The IBM Technology Group's growing list of OEM partners reads like a who's who of technology companies, cutting across both consumer and business segments.
Later this year, IBM is expected to announce design deals with Canon Inc. and Eastman Kodak Co. to provide specialized components for forthcoming digital cameras from both companies, sources said.
The company is also in "mature discussions" with Compaq Computer Corp. to manufacture the Alpha processor and possibly other aspects covering components or intellectual property, said Tony Baker, director of business development at IBM, of Armonk, N.Y.
The two companies have been in discussions about Alpha manufacturing since October 1997, when the Federal Trade Commission mandated that Digital Equipment Corp., which owned Alpha at the time, find alternate manufacturing sources in the wake of Digital's patent infringement settlement with Intel Corp.
Last year, IBM held discussions with Sun Microsystems Inc., of Palo Alto, Calif., to build the SPARC processor. IBM would not comment on the status of those talks.
Russ Castronova, a spokesman for Sun's Microelectronics division, said the company has no plans to have IBM manufacture its UltraSPARC, which Sun currently outsources to Texas Instruments Inc. Castronova declined to comment on which company Sun will choose to manufacture its forthcoming MAJC (Microprocessor Architecture for Java Computing) embedded processor, which is due in the first half of next year.
Another potentially major customer is Gateway Inc. The North Sioux City, S.D., company's Amiga division is developing a wide range of information appliances, including game players and Web access devices. A deal with Amiga would be a boost to ITG's plan to enable "pervasive computing."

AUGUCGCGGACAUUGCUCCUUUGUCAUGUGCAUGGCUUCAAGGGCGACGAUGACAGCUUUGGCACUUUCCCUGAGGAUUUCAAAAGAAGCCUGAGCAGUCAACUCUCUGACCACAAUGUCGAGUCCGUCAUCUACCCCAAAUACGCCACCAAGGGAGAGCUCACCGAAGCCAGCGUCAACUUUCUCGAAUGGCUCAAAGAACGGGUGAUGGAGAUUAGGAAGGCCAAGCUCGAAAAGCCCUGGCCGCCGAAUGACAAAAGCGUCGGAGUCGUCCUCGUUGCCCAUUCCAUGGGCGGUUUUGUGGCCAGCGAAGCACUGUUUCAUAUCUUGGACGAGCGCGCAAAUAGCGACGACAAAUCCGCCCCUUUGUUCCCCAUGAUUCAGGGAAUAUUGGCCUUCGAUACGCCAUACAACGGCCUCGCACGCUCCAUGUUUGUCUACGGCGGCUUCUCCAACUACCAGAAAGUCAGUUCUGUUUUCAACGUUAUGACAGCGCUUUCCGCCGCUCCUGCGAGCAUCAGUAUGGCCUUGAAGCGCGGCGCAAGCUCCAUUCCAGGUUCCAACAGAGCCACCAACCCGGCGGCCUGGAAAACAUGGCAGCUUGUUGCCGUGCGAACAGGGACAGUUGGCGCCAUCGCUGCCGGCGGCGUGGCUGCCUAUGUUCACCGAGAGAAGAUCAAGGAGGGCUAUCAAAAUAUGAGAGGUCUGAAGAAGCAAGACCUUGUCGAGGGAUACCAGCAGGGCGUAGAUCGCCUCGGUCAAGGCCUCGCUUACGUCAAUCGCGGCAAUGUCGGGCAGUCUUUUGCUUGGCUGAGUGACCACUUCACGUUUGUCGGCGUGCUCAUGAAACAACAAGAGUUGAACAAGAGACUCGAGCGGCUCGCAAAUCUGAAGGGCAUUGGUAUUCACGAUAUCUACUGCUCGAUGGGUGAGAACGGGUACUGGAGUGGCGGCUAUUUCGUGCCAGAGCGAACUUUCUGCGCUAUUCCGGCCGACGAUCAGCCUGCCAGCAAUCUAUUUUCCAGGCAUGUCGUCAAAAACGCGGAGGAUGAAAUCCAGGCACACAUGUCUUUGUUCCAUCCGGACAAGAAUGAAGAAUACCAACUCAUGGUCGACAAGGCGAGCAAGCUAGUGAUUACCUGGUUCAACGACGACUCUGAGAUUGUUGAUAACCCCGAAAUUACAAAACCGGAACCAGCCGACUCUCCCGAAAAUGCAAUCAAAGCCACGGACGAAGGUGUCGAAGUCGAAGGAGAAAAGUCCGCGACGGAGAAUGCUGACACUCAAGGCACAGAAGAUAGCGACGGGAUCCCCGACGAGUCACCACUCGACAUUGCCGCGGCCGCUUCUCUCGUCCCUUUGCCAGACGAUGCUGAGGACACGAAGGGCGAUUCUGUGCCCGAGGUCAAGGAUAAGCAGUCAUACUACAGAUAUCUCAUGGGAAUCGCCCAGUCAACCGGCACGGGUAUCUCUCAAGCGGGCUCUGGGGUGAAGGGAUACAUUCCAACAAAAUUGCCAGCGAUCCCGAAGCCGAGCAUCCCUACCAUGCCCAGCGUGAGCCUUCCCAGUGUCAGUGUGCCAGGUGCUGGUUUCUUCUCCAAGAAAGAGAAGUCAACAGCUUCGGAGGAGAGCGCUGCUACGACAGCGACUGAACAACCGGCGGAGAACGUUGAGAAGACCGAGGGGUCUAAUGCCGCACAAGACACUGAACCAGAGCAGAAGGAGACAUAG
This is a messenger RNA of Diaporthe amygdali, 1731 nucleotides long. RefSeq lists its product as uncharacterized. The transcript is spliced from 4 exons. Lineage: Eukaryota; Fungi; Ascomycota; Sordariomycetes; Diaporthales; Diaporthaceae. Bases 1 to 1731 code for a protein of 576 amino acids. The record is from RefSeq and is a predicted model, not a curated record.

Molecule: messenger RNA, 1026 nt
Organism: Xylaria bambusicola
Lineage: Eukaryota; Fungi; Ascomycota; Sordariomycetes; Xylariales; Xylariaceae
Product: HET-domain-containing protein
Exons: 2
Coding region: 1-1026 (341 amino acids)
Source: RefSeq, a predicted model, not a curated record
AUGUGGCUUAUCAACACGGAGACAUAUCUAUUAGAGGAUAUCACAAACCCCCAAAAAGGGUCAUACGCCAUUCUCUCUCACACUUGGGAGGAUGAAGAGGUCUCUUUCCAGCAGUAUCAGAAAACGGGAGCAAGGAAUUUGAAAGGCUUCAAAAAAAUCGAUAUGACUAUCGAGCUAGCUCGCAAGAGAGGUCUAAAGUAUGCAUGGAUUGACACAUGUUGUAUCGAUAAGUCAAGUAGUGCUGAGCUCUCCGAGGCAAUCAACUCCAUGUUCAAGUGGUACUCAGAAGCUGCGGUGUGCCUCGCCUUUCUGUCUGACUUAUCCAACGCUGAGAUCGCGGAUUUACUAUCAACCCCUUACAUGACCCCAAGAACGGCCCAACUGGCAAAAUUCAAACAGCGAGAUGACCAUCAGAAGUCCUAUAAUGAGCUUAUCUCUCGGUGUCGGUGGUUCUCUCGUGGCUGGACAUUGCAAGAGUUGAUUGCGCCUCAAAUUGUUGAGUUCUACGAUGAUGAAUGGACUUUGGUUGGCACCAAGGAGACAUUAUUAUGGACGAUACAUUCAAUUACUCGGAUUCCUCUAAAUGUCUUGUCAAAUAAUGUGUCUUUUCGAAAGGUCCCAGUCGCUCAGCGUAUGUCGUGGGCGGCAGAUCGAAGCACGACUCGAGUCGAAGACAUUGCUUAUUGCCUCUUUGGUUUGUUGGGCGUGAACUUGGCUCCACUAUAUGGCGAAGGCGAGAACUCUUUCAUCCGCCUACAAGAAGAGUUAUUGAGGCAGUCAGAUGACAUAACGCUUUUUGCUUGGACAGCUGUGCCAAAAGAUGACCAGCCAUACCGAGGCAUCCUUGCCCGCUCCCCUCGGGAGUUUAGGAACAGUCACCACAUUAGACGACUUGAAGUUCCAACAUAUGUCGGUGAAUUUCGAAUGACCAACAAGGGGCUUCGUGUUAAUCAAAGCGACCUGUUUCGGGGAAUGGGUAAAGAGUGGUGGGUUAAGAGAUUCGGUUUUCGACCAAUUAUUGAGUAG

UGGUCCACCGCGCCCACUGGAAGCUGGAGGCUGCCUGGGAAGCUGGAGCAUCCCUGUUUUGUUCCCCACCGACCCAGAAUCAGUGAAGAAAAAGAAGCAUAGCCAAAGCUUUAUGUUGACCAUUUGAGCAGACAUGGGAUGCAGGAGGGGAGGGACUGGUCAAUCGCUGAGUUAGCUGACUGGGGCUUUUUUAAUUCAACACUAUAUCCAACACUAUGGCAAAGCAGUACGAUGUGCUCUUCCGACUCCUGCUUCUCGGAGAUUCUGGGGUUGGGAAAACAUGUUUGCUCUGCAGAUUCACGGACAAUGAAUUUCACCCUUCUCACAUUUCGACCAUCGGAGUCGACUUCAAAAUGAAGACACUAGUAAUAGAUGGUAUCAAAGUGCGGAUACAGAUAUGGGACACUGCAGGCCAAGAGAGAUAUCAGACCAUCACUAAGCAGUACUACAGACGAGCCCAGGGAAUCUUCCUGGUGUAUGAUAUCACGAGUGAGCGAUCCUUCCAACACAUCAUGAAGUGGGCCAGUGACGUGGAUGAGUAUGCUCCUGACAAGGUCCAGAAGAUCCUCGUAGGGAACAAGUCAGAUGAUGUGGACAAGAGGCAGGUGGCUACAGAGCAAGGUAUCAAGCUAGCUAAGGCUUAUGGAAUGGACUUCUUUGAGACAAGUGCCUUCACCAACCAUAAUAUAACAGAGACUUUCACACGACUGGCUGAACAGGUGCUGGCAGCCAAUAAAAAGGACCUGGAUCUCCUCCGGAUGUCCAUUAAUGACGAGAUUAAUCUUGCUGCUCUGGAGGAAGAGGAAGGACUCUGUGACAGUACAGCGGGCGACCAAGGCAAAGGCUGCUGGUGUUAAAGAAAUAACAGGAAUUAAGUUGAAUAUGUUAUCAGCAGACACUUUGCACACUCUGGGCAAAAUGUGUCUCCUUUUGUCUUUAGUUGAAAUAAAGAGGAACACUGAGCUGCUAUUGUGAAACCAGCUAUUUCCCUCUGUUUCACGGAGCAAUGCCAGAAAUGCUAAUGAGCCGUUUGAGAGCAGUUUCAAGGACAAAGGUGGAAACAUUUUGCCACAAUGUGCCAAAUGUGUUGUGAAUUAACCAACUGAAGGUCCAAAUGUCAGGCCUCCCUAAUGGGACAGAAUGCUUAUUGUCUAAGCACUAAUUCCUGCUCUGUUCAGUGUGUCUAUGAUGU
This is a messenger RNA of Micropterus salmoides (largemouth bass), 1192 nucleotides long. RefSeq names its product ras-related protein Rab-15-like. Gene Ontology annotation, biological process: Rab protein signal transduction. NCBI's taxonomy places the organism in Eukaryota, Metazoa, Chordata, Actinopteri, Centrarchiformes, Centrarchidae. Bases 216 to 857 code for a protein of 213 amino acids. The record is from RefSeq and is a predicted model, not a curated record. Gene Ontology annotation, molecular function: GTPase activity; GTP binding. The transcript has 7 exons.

Gateway already has a cross- licensing agreement with IBM, but Gateway officials wouldn't say what the deal covers.
Neither party would comment on a potential deal with Amiga.
ITG's touch isn't always golden. The group attempted to strike a component deal with Hewlett-Packard Co. but was rebuffed. "Nothing was of high interest," said a source close to HP, of Palo Alto.
Jim Vanderslice, senior vice president and group executive of ITG, wouldn't comment on specifics of the group's discussions, although he hinted it was simply a matter of the timing not being right for a deal.
"It's a temporal thing," Vanderslice said.
He added that ITG is segmenting its spheres of focus into target areas, with communications—both wireless and wired—a potential hotbed of activity.
"Silicon germanium will be huge for all kinds of communications products," Vanderslice said. Silicon germanium is a process for developing low-power, small but fast processors for communications equipment. The first chips from this manufacturing process are expected next quarter.
ITG is also targeting non-PC devices, such as handheld organizers, WebTVs, multifunction cell phones and pagers, and in-car computers.